Before Barcelona played Manchester United in the Champions League final at Wembley last May, Alex Ferguson said that the way Barça pressured their opponents to win the ball back was “breathtaking”. That, he said, was Guardiola’s innovation. Ferguson admitted that United hadn’t known how to cope with it in the Champions League final in Rome in 2009. He thought it would be different at Wembley. It wasn’t.
Barcelona start pressing (hunting for the ball) the instant they lose possession. That is the perfect time to press because the opposing player who has just won the ball is vulnerable. He has had to take his eyes off the game to make his tackle or interception, and he has expended energy. That means he is unsighted, and probably tired. He usually needs two or three seconds to regain his vision of the field. So Barcelona try to dispossess him before he can give the ball to a better-placed teammate.
Furthermore, if the guy won the ball back in his own defence, and Barcelona can instantly win it back again, then the way to goal is often clear. This is where Lionel Messi’s genius for tackling comes in. The little man has such quick reflexes that he sometimes wins a tackle a split-second after losing one.
The Barcelona player who lost the ball leads the hunt to regain it. But he never hunts alone. His teammates near the ball join him. If only one or two Barça players are pressing, it’s too easy for the opponent to pass around them.
2. The “five-second rule”
If Barça haven’t won the ball back within five seconds of losing it, they then retreat and build a compact ten-man wall. The distance between the front man in the wall (typically Messi) and their last defender (say, Carles Puyol) is only 25 to 30 metres. It’s hard for any opponent to pass their way through such a small space. The Rome final was a perfect demonstration of Barcelona’s wall: whenever United won the ball and kept it, they faced eleven precisely positioned opponents, who stood there and said, in effect: “Try and get through this.”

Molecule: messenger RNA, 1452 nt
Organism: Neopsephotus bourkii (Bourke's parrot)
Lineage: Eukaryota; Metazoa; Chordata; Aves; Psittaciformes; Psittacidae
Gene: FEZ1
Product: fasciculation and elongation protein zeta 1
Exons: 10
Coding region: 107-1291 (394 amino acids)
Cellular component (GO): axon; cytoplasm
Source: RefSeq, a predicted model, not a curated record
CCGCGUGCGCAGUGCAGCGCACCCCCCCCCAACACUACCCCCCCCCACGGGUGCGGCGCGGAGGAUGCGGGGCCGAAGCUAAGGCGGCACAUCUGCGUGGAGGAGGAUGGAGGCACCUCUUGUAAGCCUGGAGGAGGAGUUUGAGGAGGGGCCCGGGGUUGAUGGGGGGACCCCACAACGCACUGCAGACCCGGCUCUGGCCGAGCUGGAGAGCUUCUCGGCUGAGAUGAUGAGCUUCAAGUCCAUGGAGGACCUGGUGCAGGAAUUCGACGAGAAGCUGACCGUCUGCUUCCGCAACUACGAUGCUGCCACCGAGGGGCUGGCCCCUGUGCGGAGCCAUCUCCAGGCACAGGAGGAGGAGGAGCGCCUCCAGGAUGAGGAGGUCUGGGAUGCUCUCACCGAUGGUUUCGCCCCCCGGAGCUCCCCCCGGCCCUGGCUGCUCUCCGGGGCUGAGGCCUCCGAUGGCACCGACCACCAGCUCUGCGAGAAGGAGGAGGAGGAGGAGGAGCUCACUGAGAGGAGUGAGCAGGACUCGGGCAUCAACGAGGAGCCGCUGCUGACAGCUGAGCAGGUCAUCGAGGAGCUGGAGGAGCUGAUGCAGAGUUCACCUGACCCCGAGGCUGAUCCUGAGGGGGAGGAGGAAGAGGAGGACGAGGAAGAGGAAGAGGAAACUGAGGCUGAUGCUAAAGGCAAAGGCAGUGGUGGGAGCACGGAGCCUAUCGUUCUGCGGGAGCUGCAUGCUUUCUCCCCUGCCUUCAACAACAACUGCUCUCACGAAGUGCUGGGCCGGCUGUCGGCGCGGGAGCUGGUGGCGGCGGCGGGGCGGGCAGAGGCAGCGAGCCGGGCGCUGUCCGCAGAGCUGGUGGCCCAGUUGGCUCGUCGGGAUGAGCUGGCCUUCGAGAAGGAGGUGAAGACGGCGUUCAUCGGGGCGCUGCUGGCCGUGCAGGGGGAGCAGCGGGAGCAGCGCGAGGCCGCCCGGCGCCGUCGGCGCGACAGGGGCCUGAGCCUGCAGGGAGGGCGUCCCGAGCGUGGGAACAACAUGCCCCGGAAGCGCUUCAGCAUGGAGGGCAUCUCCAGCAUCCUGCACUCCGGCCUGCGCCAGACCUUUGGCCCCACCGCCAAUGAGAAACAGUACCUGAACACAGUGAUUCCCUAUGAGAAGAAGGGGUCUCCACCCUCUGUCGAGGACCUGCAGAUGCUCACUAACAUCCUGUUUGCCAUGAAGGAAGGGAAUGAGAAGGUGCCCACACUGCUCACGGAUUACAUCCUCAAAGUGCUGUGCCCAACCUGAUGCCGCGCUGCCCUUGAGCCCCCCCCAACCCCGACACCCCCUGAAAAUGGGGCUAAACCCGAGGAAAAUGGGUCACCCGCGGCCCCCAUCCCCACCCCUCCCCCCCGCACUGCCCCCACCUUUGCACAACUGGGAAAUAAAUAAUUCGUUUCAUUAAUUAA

It’s easy for Barcelona to be compact, both when pressing and when drawing up their wall, because their players spend most of the game very near each other. Xavi and Iniesta in particular seldom stray far from the ball. Cruijff recently told the former England manager Steve McClaren, now with FC Twente in Holland: "Do you know how Barcelona win the ball back so quickly? It's because they don't have to run back more than 10 metres as they never pass the ball more than 10 metres."
3. More rules of pressing
Once Barcelona have built their compact wall, they wait for the right moment to start pressing again. They don’t choose the moment on instinct. Rather, there are very precise prompts that tell them when to press. One is if an opponent controls the ball badly. If the ball bounces off his foot, he will need to look downwards to locate it, and at that moment he loses his overview of the pitch. That’s when the nearest Barcelona players start hounding him.
There’s another set prompt for Barça to press: when the opposing player on the ball turns back towards his own goal. When he does that, he narrows his options: he can no longer pass forward, unless Barcelona give him time to turn around again. Barcelona don’t give him time. Their players instantly hound the man, forcing him to pass back, and so they gain territory.
4. The “3-1 rule”
If an opposing player gets the ball anywhere near Barcelona’s penalty area, then Barça go Italian. They apply what they call the “3-1 rule”: one of Barcelona’s four defenders will advance to tackle the man with the ball, and the other three defenders will assemble in a ring about two or three metres behind the tackler. That provides a double layer of protection. Guardiola picked this rule up in Italy. It’s such a simple yet effective idea that you wonder why all top teams don’t use it.